The 432-yard 15th is a dogleg right that doesn’t require driver off the tee because the fairway ends at the dogleg. The second shot is downhill over wetlands and a creek, and a pair of bunkers and trees are behind a green that slopes sharply from the back. “This is one of the better golf holes out here,” J.P. said. “It’s tight and it’s a nice looking hole with the water cutting across the front of the green and trees as a backdrop. If they made it 20 yards longer and made you hit driver it would be really tough.”
The 390-yard 18th turns slightly left and has a downhill second shot to a green with bunkers front left, front right and back right, a hill to the right and trees just to the left. The green slopes to the left and anything left of the green bounces into the woods.
Par-5s are lengthy at between 533 and 599 yards from the tips and between 509 and 569 from the white tees.
The 574-yard fifth is a double dogleg turning right then left around trees and bunkers at both turns. A benign green slopes off mildly to the back and wetlands are to the left and back of the green. The 599-yard eighth turns right around trees and has a green that slopes to the front from a flat back.
The 562-yard 11th has S.C. 544 running along the right side, a green sloping to the middle from the left and right sides – more pronounced from the left – and a bunker front-left. The 533-yard 13th tees off near the clubhouse with a downhill drive toward a thin area of wetlands 310 yards from the back tee. A pond is amidst trees and vegetation to the left of the fairway 70 yards from the green and bunkers are short right and right of a green sloping to the front and back from a middle ridge.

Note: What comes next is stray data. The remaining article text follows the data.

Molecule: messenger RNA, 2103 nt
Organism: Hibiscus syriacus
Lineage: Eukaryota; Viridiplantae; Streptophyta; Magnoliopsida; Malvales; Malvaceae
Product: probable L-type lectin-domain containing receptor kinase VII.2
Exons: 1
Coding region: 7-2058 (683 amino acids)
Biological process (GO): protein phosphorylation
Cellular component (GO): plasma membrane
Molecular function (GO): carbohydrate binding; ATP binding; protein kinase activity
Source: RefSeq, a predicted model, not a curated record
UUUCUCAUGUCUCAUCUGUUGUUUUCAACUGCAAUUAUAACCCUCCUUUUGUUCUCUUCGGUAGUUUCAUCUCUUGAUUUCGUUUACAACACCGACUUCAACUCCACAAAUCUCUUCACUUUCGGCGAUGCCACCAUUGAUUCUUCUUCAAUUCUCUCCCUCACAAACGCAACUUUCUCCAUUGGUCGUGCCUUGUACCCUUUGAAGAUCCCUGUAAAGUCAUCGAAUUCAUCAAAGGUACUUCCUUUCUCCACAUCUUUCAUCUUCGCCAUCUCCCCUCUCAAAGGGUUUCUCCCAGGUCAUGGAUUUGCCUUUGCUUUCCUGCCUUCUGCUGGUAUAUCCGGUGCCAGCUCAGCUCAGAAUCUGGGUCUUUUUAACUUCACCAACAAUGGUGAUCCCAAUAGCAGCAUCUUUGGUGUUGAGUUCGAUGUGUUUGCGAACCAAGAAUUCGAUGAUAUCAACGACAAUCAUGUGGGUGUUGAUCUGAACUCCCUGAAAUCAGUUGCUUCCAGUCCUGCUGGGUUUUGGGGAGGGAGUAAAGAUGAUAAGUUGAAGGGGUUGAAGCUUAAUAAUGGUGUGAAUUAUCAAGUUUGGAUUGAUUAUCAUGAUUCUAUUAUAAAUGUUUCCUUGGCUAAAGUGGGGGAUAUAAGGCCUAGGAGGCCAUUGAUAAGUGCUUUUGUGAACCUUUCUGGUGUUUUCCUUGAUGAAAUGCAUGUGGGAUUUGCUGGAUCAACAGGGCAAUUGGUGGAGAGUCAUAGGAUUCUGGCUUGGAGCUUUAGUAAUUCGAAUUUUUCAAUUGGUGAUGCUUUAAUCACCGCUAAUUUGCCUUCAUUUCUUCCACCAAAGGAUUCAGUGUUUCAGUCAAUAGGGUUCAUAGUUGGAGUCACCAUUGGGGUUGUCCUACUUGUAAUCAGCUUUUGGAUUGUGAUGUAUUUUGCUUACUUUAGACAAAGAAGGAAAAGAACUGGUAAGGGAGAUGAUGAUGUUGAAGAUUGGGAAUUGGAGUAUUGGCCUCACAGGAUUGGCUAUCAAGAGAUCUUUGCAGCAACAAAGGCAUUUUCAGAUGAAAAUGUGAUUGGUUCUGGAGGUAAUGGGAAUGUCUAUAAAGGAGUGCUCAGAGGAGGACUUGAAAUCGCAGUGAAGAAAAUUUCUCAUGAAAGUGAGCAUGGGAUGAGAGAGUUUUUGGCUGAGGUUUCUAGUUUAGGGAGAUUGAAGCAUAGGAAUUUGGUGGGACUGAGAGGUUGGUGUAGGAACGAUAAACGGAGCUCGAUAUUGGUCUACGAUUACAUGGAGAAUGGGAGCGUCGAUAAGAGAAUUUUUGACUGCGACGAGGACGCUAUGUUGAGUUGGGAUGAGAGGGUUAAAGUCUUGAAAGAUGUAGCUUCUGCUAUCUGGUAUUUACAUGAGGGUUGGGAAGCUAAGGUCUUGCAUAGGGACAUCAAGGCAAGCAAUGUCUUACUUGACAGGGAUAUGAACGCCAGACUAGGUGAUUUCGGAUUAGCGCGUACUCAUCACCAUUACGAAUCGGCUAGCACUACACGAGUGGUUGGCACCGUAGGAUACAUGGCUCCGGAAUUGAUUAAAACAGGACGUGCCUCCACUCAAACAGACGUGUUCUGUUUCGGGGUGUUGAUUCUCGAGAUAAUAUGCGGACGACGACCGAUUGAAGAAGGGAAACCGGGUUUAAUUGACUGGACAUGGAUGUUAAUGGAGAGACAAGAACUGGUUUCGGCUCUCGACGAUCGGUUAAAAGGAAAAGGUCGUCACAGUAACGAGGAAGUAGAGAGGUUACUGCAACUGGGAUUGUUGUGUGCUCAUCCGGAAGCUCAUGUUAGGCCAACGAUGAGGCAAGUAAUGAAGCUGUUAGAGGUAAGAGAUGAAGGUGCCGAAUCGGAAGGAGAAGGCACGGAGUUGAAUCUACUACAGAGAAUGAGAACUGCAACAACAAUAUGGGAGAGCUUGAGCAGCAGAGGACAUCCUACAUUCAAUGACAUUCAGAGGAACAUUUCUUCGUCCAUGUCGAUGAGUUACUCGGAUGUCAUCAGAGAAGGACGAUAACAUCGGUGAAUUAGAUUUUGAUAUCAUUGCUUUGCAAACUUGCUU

“There are risk-reward par-5s to the better players, and all different lengths make them a good place to make up shots,” J.P. said.
Both J.P. and Linda enjoyed the par-3 17th and par-4 18th as closing holes. “They are great holes to finish and not too difficult to play [from the orange tees],” Linda said.
“They’re great closing holes and very difficult and demanding [from the tips] but rewarding to a good shot,” J.P. said.
John’s favorite hole was the par-4 15th, which measured 396 from the white tee and 301 from the green and orange tees. “It requires forethought,” John said. “The marshland forces you to reach or lay up.”
Least favorite holes
Linda’s least favorite hole was the par-4 ninth, which played 217 yards from the orange. “You have to set yourself up with a very good tee shot, then you have the marsh to go over,” she said. “It’s difficult to see where you are hitting to.”
J.P.’s least favorite holes were the par-4 ninth and 382-yard par-4 16th, which turns right around a large oak tree, with little room in the fairway beyond the tree to set up a short downhill shot to a large, flat green. He thought first-time players wouldn’t know exactly where to hit it and could be blocked out.
He also thought the par-3 14th was too short at 143 yards. “It’s just an afterthought par-3,” J.P. said. “It’s very short with a pretty flat green.”
John’s least favorite was the par-4 16th measuring 355 yards from the white and green tees. “The tree placement does not give you enough room on the right to approach the green,” John said. “The hole is not forgiving.”